Over his last 14 games, Smith looked, well, un-Smith-like. He averaged 19.9 points, 4.1 rebounds and 2.6 assists while shooting 47.2 percent from the floor overall and a blistering 43.1 percent from beyond the arc.
That's the version of Smith the Knicks will be selling—the one who goes on scoring torrents, looks like a No. 1 option and can provide offensive sparks as a sixth man or starting 2-guard.
The one who can be a valuable difference-maker on a good basketball team.
Who's the More Intriguing Option?
Contract situations will invariably come into play as the Knicks try to move players around.
Smith's pact is considered a deterrent after the season he just had. He's owed nearly $6 million and holds a player option worth $6.4 million for 2015-16. If last season is his ceiling, there won't be a single team out there willing to pay him $12-plus million over the next two years.
Shumpert's contract isn't any better in some ways.
While he's owed a reasonable salary, he's due to enter restricted free agency next summer, where a semi-lucrative contract likely awaits.
Barring a breakout seasons that reveals Shumpert to be a defensive sage and offensive powerhouse, he's not looking at anything crazy. But Avery Bradley—another defensive specialist with a slightly more polished offensive game—took home $32 million over four years. Shumpert could see something similar.
Any team that acquires him, then, has to look at the 24-year-old as a long-term investment or a one-year rental. If interested clubs see him as the latter, they're not going to forfeit assets of genuine worth, like first-round draft picks.
Truthfully, it's hard for teams to do that anyway—unless we're talking about draft picks.
Impact players aren't earning $2.6 million. They're making more. Way more. Shumpert can only headline a blockbuster deal when accompanied by a more expensive contract in what has to be a salary dump since the Knicks don't have long-term deals outside franchises are fawning over.
Unloading exorbitant salaries—like those of Amar'e Stoudemire and Andrea Bargnani—was previously of interest to Jackson and crew, per NJ.com's Eliot Shorr-Parks:
Speaking on First Take, ESPN's Stephen A. Smith said the Knicks and Sixers have had conversations about a deal that would send Amare Stoudemire and Iman Shumpert to the Philadelphia. Although what the Sixers would send back isn't clear, it likely wouldn't be much more than a draft pick or non-guaranteed contract player, as the Knicks would do the deal to clear cap space.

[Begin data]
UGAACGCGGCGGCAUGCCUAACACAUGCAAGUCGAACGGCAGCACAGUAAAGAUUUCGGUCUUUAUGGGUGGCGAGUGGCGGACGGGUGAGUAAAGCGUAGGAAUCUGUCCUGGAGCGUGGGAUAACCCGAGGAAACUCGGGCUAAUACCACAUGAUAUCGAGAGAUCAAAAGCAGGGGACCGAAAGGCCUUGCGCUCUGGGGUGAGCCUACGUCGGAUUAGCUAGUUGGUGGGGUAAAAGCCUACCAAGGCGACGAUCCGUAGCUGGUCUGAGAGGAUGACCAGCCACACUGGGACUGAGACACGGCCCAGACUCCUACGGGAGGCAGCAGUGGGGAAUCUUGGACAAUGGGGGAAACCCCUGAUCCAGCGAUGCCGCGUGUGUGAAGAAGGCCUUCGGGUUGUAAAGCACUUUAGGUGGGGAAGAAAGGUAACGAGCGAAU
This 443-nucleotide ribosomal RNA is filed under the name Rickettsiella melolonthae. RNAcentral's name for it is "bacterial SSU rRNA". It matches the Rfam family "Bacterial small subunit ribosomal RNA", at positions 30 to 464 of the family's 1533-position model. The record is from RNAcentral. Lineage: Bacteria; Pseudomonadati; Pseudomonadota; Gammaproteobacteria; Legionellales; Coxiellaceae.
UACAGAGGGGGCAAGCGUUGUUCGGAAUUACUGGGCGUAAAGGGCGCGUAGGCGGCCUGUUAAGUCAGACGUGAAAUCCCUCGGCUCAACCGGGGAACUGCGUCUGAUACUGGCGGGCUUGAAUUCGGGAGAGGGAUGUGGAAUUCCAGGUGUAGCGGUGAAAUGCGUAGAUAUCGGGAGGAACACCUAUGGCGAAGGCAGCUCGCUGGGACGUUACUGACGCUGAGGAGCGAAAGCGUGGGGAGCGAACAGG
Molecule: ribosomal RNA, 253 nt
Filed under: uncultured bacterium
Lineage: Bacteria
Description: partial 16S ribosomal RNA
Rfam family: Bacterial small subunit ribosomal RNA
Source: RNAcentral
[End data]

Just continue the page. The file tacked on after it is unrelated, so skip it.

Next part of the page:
The move would clear roughly $25 million in cap space for the Knicks, and would potentially allow them to chase another prime free agent.
Using Shumpert as a salary-dump buffer made sense then, when there were still prominent free agents to chase. It makes little sense now, so deals such as those are likely dead.
All of this bodes well for Smith's market value.
Some look at him as an agent of chaos and champion of poor shot selection and untied shoes. And to an extent, he is all those things.
With the way free agency has unfolded this summer—Jodie Meeks being overpaid, for one—Smith's contract doesn't look so bad, though. He's on an affordable deal and gives suitors a proven scorer—albeit a proven enigma as well.
Absorbing his contract also allows teams to send back a more expensive contract in return, perhaps an unwanted one. The Knicks won't take on pricey pacts that extend beyond 2015 but would be amenable to eating an extravagant one-year deal if it meant guaranteeing flexibility next summer.
Would Shumpert be easier to trade? In a vacuum where the Knicks aren't looking for any value in return, yes. Within a deal where the interested party is looking for a more established scorer who won't necessarily be up for a massive raise in one year's time? Not so much.
"No. Absolutely not," Smith said on ESPN's First Take when asked whether he would be surprised if he was traded (via Begley). "The way I was playing, I was playing like a person who didn’t want to be there. Not looking as focused as a person should be in that situation that we were, in the trenches. I wouldn’t blame them at all."
Comments like those are why Smith isn't going to anchor a blockbuster deal. They're also why he may have to be paired with another player—like Shumpert himself—for the Knicks to receive any real value in return.
But given what he does, what he's being paid and the overpriced payday Shumpert himself is tracking toward, he's the safer investment and, therefore, the more intriguing trade bait.